From the recent G7 meeting in Cornwall to the UN Climate Change Conference of the Parties (COP26) in Glasgow later this year, the need to reduce carbon emissions and slow down global warming has never been higher on the world’s political agenda.
But delivering on those climate change commitments is going to depend on industries and the Government working closely together. Businesses need a framework that supports investment and governments need entrepreneurs who can turn ambition into action. This is particularly important in relation to the UK Government’s Ten Point Plan, which will only be achieved by unlocking the power of the private sector to deliver on public objectives.
EY is playing its part through the formation of the EY UK Climate Business Forum (CBF), made up of senior industry leaders from all sectors. To broaden viewpoints and challenge established thinking, the CBF also involves future leaders: young professionals, students and entrepreneurs with new ideas and fresh perspectives.
Before we look at what the Government’s green targets mean for businesses, let’s explore the growing opportunities for UK companies.
From a cost to a benefit, the sustainability opportunity
Falling green energy costs and rapid advances in low-carbon technology mean that we are rapidly approaching the point when, not only is the cost of sustainability falling, but its value is rising.
Customers are increasingly demanding green choices. EY research carried out earlier this year in the energy sector, found that 62% of consumers were more likely to purchase a product or service that was sustainable.
Investors are increasingly ‘baking in’ environmental, social and governance (ESG) factors into their valuation and investment models. Our 2020 survey of institutional investors globally found that 98% are now evaluating non-financial performance.
The wider public, and especially young people, are increasingly holding companies accountable for their impacts on the environment. From recruiting talented employees to winning new customers, sustainability is becoming a new key driver for long-term growth. The value being generated by early adopters committing to long-term sustainability commitment1, such as Tesla’s fearless focus on electrification2, illustrates this point. In fact, even niche areas are now attracting commercial interest.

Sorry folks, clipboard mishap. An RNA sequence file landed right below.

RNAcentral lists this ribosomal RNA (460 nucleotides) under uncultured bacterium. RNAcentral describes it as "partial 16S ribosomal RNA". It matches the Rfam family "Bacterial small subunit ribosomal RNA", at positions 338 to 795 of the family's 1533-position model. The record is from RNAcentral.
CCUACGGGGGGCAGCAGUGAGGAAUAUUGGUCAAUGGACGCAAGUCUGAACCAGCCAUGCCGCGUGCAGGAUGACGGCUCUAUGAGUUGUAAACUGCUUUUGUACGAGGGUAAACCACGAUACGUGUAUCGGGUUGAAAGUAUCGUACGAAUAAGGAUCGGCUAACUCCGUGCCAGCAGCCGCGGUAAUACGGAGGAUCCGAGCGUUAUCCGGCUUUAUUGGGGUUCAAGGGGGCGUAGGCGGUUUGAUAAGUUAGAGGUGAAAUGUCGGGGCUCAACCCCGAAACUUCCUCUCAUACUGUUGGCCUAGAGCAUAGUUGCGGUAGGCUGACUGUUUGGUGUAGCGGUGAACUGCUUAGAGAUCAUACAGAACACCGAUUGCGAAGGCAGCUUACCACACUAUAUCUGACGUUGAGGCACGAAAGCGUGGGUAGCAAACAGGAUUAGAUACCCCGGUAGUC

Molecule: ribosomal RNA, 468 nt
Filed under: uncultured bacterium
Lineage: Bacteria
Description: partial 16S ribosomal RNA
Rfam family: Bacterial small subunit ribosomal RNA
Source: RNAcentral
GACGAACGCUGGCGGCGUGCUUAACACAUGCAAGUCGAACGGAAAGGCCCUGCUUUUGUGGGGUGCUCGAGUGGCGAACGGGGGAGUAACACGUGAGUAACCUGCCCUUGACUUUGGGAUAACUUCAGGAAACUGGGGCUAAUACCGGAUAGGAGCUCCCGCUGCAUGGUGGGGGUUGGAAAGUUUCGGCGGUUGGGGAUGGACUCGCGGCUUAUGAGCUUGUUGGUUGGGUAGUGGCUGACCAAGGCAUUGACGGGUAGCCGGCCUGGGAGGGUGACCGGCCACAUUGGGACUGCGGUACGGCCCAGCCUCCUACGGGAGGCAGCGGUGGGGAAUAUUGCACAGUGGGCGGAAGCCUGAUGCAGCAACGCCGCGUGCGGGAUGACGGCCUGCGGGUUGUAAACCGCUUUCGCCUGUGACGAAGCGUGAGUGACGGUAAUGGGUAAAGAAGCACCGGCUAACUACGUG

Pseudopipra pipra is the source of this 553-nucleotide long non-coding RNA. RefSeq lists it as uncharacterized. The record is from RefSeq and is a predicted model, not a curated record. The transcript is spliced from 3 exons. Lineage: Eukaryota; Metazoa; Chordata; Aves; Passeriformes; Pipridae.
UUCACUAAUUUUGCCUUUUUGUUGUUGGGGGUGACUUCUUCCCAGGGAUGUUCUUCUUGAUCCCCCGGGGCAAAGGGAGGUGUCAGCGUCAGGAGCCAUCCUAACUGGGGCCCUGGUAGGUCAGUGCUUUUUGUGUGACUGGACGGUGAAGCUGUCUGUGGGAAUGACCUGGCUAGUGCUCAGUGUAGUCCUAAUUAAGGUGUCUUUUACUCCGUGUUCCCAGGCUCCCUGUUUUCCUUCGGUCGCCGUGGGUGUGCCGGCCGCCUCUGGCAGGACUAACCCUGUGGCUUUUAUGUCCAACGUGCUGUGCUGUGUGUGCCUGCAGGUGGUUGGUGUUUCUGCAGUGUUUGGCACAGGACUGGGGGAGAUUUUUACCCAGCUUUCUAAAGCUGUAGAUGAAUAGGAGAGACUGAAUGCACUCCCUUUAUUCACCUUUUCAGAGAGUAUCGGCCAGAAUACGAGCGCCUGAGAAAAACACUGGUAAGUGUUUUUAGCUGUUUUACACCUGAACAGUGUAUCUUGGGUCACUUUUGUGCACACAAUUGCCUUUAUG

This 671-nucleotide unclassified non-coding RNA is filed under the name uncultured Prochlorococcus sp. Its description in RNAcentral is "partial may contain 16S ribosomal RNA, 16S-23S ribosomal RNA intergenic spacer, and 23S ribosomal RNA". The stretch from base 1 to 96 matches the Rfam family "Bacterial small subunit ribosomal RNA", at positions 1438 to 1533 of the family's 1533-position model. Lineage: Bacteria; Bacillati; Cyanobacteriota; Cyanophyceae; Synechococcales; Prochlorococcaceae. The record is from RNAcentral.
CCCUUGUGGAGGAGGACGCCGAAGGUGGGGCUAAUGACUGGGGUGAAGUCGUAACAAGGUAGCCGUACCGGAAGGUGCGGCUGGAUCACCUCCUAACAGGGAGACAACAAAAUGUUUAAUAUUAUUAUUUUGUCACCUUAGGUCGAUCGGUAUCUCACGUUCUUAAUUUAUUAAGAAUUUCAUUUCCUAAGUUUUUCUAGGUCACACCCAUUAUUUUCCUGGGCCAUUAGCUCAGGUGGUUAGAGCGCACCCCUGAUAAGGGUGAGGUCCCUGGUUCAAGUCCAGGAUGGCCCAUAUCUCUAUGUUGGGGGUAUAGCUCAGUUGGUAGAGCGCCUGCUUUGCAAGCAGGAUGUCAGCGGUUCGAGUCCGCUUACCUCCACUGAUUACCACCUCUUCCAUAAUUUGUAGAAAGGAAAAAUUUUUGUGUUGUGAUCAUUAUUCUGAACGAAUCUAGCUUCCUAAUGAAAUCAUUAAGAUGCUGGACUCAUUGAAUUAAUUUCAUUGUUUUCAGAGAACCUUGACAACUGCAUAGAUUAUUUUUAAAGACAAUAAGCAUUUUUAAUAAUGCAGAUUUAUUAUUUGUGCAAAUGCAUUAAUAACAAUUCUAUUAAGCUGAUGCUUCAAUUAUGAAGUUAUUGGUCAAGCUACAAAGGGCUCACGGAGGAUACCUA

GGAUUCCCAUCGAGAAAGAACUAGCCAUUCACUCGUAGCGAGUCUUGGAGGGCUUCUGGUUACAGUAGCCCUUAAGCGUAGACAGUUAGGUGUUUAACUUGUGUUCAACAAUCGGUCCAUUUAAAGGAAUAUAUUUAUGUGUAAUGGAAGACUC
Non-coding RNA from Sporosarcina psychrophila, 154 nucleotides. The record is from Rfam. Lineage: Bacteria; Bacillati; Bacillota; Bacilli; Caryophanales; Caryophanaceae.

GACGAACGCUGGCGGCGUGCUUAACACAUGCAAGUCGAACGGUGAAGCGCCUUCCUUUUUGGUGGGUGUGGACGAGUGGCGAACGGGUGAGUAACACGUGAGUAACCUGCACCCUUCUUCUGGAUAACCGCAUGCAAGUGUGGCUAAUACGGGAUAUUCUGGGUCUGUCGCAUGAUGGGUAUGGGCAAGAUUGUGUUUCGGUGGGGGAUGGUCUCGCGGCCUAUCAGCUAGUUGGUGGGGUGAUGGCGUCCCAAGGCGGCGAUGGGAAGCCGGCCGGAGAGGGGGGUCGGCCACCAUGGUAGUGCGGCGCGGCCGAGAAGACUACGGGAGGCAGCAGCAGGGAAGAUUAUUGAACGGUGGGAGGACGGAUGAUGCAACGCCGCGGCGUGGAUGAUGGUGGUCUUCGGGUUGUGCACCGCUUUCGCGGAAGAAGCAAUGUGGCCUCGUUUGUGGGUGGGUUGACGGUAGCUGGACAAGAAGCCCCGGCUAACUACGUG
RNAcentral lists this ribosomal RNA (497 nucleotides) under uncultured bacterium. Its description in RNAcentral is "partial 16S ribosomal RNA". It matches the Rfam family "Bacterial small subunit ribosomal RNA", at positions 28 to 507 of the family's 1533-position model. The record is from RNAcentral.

Rising to the challenge: four key areas of focus
The CBF examined in detail what delivering the Government’s green plans means for businesses, and hosted the Minister of State for Business, Energy and Clean Growth, Anne-Marie Trevelyan, to present our detailed findings. Below, we share a brief summary of the four key themes that were debated by the CBF.
1. Helping consumers make low-carbon choices
For the Government’s Ten Point Plan to be a success, consumer demand for green products and services must continue to rise. Yet, although consumers say they are more likely to purchase sustainably, research suggests that a much lower percentage actually do3. This is where businesses, with their understanding of customers and ability to launch attractive new propositions, can play a key role in changing consumer behaviour. A great example of how sustainability can breed success is that Unilever’s green brands now consistently outperform other products within their portfolio, growing 69% faster than the rest of the business and delivering 75% of the company’s growth4.
Consumers also want more information on product sustainability. This suggests that companies which can set clear standards, perhaps taking into account everything from the carbon emitted during production to that used to transport it to the point of sale, can gain a competitive edge.
2. Rising to the skills challenge
As the UK transitions to net-zero, significant changes to the labour market are expected. To succeed, businesses will need to take a long-term view of their workforce requirements and prepare for a more flexible labour force, one which is capable of adapting to change. With new skills likely to be required, business links with the education sector will need to be strengthened to make sure the talent pipeline is in place to fuel future growth. Introducing a cross-sectoral talent sharing scheme, whereby individuals develop critical skills through secondments, can also help to close the skills gap. Using learning and development programmes to make workforces more knowledgeable about the risks and opportunities posed by climate change can also help create the right culture and drive change.